What do elk eat?
Elk are grazers and eat a variety of vegetation. Elk will eat grass, shrubs and believe it or not they sometimes even eat small trees. Elk diet often changes with the season of the year.
In northern Idaho, where I live, elk are fond of many different kinds of grass. Some of these grasses are blue bunch wheatgrass, clover, elk sedge, mountain brome, orchard grass and Idaho fescue. Elk like the tender new shoots when they start to grow in the spring. Later in the summer as the grass starts to dry out, they switch to forbs (small plants that grow in the forest). These plants grow in moist areas of the forest and stay green much longer than grass. Some of these forbs are miners lettuce, goldthread and tall blue bell.
As fall and winter approach, the forbs die out and get covered by snow. At that time elk make a switch to shrubs and trees. They like the leaf buds since this is the most nutritious part. When elk eat this way biologists call it "browsing." Some shrubs and trees that elk like in Northern Idaho are elderberry, redstem ceanothus, mountain ash, willow and cedar.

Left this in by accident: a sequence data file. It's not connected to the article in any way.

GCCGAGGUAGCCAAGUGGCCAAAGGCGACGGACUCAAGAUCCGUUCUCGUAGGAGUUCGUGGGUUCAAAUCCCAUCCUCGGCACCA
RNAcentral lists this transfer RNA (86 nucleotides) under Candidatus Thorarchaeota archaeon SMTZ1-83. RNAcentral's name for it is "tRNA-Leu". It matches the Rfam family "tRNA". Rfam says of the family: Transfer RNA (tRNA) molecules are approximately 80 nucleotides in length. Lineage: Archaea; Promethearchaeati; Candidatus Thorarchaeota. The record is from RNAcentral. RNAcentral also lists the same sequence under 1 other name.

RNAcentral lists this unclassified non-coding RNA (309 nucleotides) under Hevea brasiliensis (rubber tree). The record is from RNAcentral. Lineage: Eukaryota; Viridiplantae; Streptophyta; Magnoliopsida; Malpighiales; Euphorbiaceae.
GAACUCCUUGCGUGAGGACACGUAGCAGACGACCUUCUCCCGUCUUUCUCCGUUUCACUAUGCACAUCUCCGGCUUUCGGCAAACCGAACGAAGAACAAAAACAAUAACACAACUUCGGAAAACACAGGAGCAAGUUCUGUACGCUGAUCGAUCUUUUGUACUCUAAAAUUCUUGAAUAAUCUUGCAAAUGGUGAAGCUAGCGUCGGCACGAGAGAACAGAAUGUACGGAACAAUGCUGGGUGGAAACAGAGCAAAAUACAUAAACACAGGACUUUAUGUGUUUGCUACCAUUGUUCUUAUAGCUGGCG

Because elk can eat many different kinds of plants, they can make their home in many different areas. Elk live in all kinds of forests from hardwoods on the East Coast to evergreens in the West. Some elk even live in areas where there is no forest at all.
Generally, elk like areas where there is lots of open country for them to roam. Most elk in the United States are found in the Rocky Mountains, but there are some elk herds that live in eastern states like Pennsylvania and Michigan. Elk generally don't do very well in areas where there are lots of people or human activity.
Thanks for asking!
Harry Jageman, Wildlife Biologist
Palouse Ranger District, Potlatch, Idaho
Clearwater National Forest